Bewildering Stories

What Did You Say Won the Hugo?

Alkaline Spudwort

The Hugo Awards, named after Hugo Gernsback, founder of the first science-fiction magazine, Amazing Stories, have been an annual tradition since 1953, with the exception of 1954. But is it still the great award it once was? Or is it now corrupted by the votes of people who haven't read any of the nominees? This year's winners certainly weren't excellent, in my opinion, but some of them certainly deserve recognition.

Harry Potter and the Goblet of Fire by J.K. Rowling

This very popular 734-page tome won the Hugo for Best Novel . . . the first fantasy novel to do so, the first juvenile novel to do so, the first novel written by an SF "outsider" to do so. But why? Is it really that good? Or is it really horrible? Does anybody care?

Some people certainly do care. Many SF enthusiasts consider it a blatant gesture of disrespect for the genre. It doesn't deserve the award, they say. Appropriate for some children's book award, but not the Hugo! Piles of letters declaiming the decadence of the Hugo Awards and violently attacking the novel end up at many genre semiprozines and fanzines, and violent discussions and arguments ensue on message boards and in discussion groups around the world.

As for my opinion, I've only read Harry Potter and the Goblet of Fire out of all of the Harry Potter books. And now that I've finished it, I'm not planning to read any of the others. I read Goblet of Fire because it won the Hugo. Yes, I'm one of those people.

In Harry Potter and the Goblet of Fire, Rowling takes us to the same setting as the previous Harry Potter books, a present-day world in which witches and wizards keep their existence secret from normal, non-magical humans, called Muggles.

The book starts with a gardener's discovery of the conspiracies of Lord Voldemort and Wormtail, to say nothing of the snake. The gardener gets killed, of course, as is done too often in this series. The second chapter opens with the first actual appearance of Harry Potter, the protagonist, an orphan who lives with disagreeable and paranoid relatives, the Dursleys. Unable to cope with the pain of a lightning-shaped scar, Harry writes a letter to Sirius, a wizard who has escaped from Azkaban, a prison. Harry's friend Ron's family, the Weasleys, invite the Dursleys to let Harry stay with them and attend the Quidditch World Cup at the end of the summer, after which Harry will resume going to school at Hogwarts, a school of magic.

The annual Quidditch World Cup excites Harry very much but is the beginning of a series of mysteries that are resolved at the end of the novel. Returning to Hogwarts for a fourth year of schooling, Harry Potter learns that this year a special event, the Triwizard Tournament, will be held instead of the annual Quidditch Tournament. Harry also meets this year's mysterious Defense Against the Dark Arts teacher, Professor "Mad-Eye" Moody.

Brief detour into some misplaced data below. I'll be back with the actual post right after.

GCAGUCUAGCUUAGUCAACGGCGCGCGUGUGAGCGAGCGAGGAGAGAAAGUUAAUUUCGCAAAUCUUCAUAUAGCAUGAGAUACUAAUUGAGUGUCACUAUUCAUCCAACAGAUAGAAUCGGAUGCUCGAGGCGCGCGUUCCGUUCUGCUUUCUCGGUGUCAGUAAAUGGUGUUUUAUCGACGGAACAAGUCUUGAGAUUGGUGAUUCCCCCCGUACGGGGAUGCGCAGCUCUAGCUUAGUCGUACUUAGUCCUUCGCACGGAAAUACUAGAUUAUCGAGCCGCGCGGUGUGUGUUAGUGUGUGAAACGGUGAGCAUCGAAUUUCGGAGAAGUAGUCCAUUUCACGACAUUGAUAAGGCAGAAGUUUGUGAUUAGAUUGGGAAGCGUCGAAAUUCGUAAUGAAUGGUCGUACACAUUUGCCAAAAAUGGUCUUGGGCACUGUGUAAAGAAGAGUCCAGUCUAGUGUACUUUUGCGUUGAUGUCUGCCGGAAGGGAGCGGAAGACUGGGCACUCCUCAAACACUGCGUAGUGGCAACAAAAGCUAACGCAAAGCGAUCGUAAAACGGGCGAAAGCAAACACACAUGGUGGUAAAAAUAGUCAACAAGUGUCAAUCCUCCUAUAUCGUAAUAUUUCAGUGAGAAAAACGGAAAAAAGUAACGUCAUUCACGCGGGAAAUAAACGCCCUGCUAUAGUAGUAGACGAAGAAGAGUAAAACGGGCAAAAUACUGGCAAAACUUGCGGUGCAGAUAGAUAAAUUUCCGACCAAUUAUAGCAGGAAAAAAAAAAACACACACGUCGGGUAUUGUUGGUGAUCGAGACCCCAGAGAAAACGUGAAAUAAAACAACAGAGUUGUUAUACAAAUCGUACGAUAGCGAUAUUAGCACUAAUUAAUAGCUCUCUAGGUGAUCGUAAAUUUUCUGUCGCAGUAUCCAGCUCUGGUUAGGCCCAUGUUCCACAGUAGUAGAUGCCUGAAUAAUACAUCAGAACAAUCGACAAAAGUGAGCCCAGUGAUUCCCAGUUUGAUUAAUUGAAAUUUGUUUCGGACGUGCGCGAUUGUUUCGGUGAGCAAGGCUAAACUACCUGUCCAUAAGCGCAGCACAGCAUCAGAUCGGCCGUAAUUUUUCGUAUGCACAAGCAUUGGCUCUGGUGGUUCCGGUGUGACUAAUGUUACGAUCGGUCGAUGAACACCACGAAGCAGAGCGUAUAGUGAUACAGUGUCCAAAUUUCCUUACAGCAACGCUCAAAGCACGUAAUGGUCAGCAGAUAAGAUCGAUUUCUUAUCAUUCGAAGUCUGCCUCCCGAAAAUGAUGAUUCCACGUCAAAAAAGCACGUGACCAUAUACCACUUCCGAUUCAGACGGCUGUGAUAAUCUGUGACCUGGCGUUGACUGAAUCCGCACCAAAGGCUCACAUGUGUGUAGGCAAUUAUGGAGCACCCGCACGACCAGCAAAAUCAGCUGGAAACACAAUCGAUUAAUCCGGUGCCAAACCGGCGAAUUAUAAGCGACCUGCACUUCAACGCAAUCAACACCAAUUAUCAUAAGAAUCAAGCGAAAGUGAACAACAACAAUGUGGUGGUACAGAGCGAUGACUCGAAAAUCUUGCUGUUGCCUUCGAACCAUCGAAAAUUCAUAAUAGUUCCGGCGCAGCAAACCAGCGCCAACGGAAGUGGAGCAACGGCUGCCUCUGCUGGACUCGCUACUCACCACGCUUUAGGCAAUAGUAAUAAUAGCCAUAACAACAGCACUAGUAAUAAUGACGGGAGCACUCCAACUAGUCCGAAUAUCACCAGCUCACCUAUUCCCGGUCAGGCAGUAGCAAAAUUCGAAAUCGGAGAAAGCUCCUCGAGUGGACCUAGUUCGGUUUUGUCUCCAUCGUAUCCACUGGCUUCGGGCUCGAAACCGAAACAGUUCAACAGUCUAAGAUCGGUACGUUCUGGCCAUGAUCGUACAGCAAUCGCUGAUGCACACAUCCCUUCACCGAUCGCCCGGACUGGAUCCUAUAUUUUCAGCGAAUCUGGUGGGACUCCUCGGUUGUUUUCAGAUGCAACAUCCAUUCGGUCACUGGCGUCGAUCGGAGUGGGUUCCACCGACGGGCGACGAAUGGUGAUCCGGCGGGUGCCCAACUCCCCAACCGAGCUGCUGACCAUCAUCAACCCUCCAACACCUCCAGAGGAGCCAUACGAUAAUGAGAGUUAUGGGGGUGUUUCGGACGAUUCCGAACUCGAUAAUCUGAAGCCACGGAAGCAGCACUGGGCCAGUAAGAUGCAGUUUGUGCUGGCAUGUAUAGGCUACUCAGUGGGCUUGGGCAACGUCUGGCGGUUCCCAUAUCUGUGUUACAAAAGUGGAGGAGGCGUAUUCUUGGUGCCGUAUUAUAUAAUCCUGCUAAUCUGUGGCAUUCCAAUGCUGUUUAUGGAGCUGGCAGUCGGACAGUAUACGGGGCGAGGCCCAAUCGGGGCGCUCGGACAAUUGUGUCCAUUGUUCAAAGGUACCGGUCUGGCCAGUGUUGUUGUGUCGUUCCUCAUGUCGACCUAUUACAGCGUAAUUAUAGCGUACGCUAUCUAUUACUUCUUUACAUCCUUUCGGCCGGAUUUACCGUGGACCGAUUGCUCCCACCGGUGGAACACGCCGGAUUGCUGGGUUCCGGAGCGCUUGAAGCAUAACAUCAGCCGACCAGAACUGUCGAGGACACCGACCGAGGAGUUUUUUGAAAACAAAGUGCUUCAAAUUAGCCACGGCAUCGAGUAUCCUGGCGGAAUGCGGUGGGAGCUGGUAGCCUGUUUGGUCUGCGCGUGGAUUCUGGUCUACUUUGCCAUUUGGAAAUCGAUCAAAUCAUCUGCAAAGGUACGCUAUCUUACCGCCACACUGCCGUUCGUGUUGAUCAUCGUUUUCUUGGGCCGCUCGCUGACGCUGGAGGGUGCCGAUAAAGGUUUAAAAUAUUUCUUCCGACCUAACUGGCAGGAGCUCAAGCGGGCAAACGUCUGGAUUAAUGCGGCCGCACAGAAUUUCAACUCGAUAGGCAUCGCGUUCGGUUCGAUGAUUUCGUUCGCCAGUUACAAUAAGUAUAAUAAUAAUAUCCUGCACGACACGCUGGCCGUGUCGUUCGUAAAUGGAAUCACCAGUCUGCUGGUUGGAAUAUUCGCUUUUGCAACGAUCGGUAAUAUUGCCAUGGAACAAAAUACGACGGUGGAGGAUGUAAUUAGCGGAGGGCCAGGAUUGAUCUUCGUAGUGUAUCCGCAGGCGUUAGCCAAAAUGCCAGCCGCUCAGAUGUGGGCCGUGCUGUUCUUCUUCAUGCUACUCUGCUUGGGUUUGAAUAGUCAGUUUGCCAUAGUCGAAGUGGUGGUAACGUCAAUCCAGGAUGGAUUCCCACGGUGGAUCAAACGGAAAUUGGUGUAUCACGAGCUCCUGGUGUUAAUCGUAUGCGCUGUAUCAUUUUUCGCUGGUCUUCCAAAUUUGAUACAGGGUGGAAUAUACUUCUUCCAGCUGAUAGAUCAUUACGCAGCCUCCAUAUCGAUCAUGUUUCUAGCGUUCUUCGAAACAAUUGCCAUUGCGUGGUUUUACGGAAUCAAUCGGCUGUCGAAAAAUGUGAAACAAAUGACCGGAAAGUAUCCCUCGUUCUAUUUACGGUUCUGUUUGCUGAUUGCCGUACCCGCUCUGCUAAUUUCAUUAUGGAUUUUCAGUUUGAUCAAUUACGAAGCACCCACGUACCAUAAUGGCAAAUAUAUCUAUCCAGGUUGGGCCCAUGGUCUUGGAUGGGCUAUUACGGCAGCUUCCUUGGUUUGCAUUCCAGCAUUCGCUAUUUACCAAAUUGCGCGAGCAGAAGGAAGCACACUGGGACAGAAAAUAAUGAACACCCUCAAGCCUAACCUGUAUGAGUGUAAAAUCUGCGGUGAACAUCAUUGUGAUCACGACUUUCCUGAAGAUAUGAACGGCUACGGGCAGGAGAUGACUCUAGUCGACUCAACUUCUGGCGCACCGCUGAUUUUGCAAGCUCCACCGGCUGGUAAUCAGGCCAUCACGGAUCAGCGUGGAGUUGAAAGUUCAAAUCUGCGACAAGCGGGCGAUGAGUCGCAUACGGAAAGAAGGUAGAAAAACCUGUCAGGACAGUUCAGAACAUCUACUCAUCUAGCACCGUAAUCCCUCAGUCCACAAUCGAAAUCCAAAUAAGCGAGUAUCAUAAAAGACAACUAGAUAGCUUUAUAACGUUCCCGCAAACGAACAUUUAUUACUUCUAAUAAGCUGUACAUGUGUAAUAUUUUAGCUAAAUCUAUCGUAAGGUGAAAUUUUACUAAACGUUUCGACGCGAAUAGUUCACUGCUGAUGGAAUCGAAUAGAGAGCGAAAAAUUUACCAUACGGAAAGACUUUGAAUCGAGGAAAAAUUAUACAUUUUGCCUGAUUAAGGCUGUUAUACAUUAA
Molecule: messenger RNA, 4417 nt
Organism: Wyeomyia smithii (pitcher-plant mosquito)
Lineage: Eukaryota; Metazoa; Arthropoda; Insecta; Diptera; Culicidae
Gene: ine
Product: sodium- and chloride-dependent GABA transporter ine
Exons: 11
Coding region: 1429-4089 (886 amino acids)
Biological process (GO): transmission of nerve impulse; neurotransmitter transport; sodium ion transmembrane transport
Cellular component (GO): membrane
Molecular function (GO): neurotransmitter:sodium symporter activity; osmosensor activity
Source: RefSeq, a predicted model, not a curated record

After the Goblet of Fire, which appears in Chapter 16, announces Harry as one of the four champions who will compete in the Triwizard Tournament instead of three, Harry embarks on a journey of magic, mystery, and mayhem, facing the three tasks of the Tournament only to find that the world is not really what anybody expects. . . .

Anyway, it turned out better than I expected, but it was still kind of mediocre. I guess the other books on the final ballot were also mediocre. Compared to 2000, with several excellent books nominated, 2001 was sort of . . . ugh. With the exception of A Storm of Swords by George R.R. Martin, nothing really stood out. But Storm was quite long, and maybe that's the reason it got neglected so much. And it, too, is a fantasy novel, the third in a series, in fact.

To judge it by itself and not in relation to the other Harry Potter books (since it won for Best Novel and not Best Series Installment), Goblet of Fire had, in my honest and sincere opinion which no one respects much, a weak opening and an apparently unorganized plot at the beginning. It made sense later, of course, being, among other things, a mystery story. First 300 pages, halfway between horrible and mediocre. Pages 300-500, a little better. Pages 500-700, somewhere between mediocre and good. After page 700, ugh.

Well, the characterization wasn't very deep, and as far as I'm concerned, the so-called villains and otherwise evil characters in the book didn't have any motivations for acting the way they did. This is a serious fault, in my opinion. Everyone has a motivation. If the motivation isn't clear, then the reader will wonder why the "villains" act the way they do. Then again, this is a children's story (or it's supposed to be, anyway), but is this really what we want our children to think? Do we really want them to accept certain people as just being "evil," to view people who have done bad deeds as just "evil" rather than exploring their motivations (however mistaken or misguided), to condemn people as "evil" rather than understand why they have done the things they've done? Then again, I may be mistaken.